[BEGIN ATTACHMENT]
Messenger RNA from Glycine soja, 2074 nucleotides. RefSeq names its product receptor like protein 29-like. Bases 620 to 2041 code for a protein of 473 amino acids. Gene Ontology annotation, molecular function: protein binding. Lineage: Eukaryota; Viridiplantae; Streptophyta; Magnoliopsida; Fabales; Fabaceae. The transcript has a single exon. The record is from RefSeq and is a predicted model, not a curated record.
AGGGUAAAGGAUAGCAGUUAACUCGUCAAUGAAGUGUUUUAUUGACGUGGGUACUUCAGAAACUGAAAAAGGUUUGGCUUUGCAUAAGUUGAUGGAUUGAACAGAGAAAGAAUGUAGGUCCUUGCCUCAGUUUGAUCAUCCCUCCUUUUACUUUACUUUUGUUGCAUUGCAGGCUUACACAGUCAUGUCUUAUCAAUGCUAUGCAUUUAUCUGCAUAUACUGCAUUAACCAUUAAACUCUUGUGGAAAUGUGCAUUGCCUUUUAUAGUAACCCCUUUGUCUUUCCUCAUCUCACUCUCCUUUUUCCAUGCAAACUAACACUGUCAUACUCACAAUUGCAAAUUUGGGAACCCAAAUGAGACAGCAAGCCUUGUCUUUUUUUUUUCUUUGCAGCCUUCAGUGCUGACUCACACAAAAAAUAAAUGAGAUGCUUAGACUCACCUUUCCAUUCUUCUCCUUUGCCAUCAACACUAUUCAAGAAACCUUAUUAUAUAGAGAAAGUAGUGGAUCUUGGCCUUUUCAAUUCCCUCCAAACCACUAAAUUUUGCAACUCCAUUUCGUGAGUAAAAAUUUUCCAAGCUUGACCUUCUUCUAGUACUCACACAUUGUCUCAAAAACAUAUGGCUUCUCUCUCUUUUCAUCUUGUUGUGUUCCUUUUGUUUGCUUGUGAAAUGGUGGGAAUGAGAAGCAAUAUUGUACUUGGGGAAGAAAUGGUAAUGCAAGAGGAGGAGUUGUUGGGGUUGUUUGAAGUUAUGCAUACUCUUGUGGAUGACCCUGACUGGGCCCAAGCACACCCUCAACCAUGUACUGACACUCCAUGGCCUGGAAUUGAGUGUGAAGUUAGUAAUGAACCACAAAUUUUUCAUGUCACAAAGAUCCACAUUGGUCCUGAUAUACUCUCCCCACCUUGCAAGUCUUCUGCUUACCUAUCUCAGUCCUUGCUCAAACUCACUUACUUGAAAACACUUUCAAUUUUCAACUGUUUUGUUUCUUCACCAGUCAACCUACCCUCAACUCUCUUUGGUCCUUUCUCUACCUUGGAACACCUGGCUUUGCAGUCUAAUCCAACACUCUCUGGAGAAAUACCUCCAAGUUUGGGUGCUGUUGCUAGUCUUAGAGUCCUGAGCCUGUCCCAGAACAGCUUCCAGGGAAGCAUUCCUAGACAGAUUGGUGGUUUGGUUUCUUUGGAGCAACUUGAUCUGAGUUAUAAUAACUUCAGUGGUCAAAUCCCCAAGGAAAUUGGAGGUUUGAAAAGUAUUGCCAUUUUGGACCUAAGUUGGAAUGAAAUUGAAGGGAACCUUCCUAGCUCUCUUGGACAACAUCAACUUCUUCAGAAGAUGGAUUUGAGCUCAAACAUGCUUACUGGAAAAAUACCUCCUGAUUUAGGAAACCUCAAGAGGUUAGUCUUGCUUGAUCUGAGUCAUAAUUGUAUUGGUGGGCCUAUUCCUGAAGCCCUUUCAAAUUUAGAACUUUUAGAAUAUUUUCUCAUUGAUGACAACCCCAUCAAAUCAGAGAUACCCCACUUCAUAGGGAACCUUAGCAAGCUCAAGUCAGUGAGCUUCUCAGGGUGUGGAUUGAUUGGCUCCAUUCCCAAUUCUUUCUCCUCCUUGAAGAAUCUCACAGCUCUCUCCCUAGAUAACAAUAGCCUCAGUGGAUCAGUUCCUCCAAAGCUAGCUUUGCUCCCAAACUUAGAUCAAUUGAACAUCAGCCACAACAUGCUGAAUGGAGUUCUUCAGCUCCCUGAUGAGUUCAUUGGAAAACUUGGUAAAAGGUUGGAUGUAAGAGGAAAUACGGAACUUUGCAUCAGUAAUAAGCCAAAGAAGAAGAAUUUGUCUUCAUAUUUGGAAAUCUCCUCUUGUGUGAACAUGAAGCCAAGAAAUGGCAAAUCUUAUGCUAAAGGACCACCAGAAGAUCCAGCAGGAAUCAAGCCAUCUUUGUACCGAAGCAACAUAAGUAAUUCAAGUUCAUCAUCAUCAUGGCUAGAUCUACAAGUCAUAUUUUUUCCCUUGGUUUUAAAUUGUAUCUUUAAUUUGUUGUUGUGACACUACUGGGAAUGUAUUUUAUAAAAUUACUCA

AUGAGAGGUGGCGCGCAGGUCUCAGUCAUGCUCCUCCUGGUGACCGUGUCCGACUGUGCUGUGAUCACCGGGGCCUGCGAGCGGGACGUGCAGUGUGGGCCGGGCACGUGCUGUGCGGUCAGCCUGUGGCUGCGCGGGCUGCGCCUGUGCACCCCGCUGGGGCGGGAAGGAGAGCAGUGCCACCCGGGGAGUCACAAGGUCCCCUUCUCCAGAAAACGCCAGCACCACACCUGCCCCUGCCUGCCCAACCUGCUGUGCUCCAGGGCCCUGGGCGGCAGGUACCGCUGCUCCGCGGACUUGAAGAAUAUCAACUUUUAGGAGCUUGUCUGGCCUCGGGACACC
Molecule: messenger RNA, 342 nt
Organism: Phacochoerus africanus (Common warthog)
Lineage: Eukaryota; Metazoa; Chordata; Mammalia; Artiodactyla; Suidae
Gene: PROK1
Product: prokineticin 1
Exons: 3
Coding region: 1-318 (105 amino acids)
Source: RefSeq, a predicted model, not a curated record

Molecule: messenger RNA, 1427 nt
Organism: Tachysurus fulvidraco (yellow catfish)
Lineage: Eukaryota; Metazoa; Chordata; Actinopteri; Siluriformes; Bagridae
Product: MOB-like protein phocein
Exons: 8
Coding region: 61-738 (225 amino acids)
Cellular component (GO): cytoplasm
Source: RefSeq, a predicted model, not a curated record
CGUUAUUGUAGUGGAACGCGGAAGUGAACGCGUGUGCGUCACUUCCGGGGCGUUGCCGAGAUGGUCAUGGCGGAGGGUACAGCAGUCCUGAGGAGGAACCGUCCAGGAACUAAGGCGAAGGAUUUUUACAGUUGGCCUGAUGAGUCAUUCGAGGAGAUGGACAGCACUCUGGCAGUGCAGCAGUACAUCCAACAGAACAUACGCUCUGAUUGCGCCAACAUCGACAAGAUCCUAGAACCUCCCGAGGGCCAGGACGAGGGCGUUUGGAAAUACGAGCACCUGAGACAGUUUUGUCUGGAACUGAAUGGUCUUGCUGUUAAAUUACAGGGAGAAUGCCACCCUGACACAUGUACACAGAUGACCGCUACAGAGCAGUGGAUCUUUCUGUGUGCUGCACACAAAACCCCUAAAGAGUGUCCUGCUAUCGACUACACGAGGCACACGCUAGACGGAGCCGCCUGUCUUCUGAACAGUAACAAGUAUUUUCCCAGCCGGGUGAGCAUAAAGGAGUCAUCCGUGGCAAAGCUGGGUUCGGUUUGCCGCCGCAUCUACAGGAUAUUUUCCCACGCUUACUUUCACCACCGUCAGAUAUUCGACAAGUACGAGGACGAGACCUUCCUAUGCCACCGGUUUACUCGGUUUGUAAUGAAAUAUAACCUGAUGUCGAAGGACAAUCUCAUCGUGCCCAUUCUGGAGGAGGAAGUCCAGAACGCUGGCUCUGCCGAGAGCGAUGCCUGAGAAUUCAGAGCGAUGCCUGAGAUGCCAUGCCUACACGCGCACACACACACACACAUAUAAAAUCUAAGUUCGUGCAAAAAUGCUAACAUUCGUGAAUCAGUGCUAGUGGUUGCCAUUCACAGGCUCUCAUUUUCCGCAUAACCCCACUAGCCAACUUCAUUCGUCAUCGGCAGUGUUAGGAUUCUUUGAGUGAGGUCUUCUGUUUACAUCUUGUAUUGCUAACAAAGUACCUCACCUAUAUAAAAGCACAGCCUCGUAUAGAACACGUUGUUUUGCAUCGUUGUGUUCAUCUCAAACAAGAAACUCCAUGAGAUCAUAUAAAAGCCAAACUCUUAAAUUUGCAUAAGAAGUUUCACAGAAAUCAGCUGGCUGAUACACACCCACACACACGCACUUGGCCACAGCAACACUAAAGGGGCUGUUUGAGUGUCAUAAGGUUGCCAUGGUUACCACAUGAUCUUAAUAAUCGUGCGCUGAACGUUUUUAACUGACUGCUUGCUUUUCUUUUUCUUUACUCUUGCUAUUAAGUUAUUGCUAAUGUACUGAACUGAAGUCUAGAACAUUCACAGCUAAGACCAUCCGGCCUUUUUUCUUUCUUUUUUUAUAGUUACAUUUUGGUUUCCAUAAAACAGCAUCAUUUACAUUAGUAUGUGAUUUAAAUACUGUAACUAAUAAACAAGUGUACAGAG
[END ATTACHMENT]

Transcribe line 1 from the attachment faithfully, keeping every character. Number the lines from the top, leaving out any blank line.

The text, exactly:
Messenger RNA from Glycine soja, 2074 nucleotides. RefSeq names its product receptor like protein 29-like. Bases 620 to 2041 code for a protein of 473 amino acids. Gene Ontology annotation, molecular function: protein binding. Lineage: Eukaryota; Viridiplantae; Streptophyta; Magnoliopsida; Fabales; Fabaceae. The transcript has a single exon. The record is from RefSeq and is a predicted model, not a curated record.